As we wrap up September and head into October, my Year by the Water is supposed to be “over.” I’m getting emails asking “Where are you going to settle down?” or “What are you going to do when it’s over?”
Suffice it to say, I’m not ready for this to be over. And the words “settle down” are not in my vocabulary.
Why would I want to stop having the best of all worlds?
I remember something James Taylor said while being interviewed on CBS Sunday Morning. The reporter asked why it had taken him so long between albums. Taylor said he had been touring non-stop and hadn’t had the time or energy to compose or create.
The reporter asked, “So, you took time off work?”
Taylor smiled and said, “I didn’t take time off work; I did a different kind of work.”
That’s how I feel. I’m still productive, still speaking, coaching and consulting. I’m just doing it while traveling to bodies of water around the world and writing about my experiences and epiphanies.
I’m not taking time OFF work. I’m working in a new way - an even more meaningful, joyous way.
Sir Frances Bacon said, “Begin doing what you want to do now. We are not living in eternity. We have only this moment, sparkling like a star in our hand, melting like a snowflake.”
I know I’m fortunate. I’m in a season of my life where I have the freedom, autonomy and health to do this. I have a “portable” business I can run from anywhere. My sons are grown, out in the world and thriving. As Tom and Andrew told me, “Mom, we got this.” I understand one of the best gifts I can give them now is to model that we have the power to create our own SerenDestiny - a life where the light is on in our eyes.
So, what’s next? Well, I’m headed to Pismo Beach where I’ll be keynoting the Central Coach Writers Conference. Then, on to DC to provide media training for NASA and to attend the Washington West Film Festival. Then … CHINA. More details on that coming up.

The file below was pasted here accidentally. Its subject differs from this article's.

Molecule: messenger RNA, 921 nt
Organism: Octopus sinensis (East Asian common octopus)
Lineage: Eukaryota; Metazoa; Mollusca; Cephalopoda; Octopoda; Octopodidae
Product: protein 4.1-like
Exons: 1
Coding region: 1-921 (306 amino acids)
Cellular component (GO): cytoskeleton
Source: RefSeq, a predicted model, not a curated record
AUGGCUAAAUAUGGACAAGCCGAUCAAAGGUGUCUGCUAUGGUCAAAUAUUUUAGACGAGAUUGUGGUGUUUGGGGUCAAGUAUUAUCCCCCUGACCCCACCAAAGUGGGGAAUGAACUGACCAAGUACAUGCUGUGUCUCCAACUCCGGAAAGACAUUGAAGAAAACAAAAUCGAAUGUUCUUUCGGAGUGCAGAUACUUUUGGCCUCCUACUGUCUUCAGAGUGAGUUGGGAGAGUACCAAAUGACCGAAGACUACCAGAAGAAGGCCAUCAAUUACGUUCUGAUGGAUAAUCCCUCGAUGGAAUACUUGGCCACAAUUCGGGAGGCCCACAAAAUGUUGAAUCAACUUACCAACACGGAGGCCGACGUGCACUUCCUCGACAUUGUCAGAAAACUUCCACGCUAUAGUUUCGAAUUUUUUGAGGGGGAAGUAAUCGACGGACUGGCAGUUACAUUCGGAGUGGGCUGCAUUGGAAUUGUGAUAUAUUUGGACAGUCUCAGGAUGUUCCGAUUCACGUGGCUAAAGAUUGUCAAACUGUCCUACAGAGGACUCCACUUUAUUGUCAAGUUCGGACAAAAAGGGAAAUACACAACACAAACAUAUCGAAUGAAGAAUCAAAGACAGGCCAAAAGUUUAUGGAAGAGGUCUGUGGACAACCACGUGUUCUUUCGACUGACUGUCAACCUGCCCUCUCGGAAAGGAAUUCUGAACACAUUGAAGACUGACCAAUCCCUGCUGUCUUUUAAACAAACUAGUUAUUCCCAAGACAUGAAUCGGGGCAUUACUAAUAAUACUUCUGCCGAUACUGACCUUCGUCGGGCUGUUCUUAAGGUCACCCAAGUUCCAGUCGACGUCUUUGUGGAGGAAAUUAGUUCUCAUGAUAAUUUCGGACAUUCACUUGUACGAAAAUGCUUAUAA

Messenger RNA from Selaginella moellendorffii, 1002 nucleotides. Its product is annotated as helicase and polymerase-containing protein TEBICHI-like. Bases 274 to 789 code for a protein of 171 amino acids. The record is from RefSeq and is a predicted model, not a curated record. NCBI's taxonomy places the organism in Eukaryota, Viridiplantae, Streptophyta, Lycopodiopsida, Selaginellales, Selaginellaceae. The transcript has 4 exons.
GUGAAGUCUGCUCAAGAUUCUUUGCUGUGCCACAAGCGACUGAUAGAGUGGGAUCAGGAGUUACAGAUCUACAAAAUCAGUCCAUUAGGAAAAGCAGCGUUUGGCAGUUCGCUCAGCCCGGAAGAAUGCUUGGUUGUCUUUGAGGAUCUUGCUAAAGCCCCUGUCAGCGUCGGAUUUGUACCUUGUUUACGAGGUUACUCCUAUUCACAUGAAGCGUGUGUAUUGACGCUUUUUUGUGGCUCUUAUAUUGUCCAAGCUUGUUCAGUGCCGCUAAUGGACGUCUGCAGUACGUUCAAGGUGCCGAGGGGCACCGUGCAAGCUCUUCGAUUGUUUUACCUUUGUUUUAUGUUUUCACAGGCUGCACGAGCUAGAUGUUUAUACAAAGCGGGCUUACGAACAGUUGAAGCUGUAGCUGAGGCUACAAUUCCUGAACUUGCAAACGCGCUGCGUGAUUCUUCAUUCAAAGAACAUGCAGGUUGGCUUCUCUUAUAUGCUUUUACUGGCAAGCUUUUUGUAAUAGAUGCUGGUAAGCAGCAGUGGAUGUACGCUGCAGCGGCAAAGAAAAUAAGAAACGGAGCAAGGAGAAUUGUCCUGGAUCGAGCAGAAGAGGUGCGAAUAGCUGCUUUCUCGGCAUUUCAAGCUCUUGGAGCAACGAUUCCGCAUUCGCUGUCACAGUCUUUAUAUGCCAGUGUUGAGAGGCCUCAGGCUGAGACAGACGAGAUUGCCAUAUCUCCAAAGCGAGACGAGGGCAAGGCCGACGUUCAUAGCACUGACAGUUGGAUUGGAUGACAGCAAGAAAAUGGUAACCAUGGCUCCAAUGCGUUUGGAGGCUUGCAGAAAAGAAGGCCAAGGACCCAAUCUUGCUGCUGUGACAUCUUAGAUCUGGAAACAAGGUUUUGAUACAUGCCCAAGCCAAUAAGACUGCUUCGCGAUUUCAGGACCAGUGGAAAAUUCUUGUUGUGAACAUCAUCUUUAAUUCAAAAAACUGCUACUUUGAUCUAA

One of the many reasons I want to continue my Year by the Water is because there’s still so many places I haven’t seen yet. I still haven’t been to Helen Keller’s lake where she said her first word, “Water.” I still haven’t explored Hudson Valley, Lake Louise and Banff, and the Great Lakes, (which, by the way, is THE most frequently recommended body of water people say I should visit when I ask for suggestions.)
And, I’m looking forward to returning to Montana. I was just there last week speaking for Senator Daine’s team. State Director Charles Robison graciously arranged to take me fly-fishing on the Madison River, which was featured in the movie A River Runs Through It.
Alas, I got food poisoning and this guy at the airport was the closest I got to fly-fishing. So, I’ve got a sun-check (what we used to call rain-checks in Hawaii) to go back to Yellowstone and Big Sky Country.
How about you? Are you doing what you want to do? Even if you have responsibilities – you’re raising a family, taking care of your parents, working full-time plus, paying bills, out-of-work, dealing with a health challenge – what is one thing you could do this week that would put the light on in your eyes? How can you bring more of that into your life on an ongoing basis?
If there’s anything I’ve learned in the last year it’s how important it is for us to NOT WAIT for some future date to do what makes us happy.
I was having breakfast at an outdoor café near Morro Bay, CA on September 11. A group of seniors at a nearby table were talking about how the country has “gone to hell in a hand basket” since then. A rather grizzled gentleman in the group hadn’t said a word. One of the women turned to him and said, “What do you think, Al?” He growled, “I think every day is a gift and we should act like it.”
Agreed. Later that morning, I was driving through Santa Barbara on the way to LAX and stopped to get in my daily walk. I encountered this stirring memorial on the beach by the pier. I will always remember these flags, one for every person lost at the World Trade Center on 9/11, waving in the sea breeze. A sobering reminder to cherish ... every ... single ... day.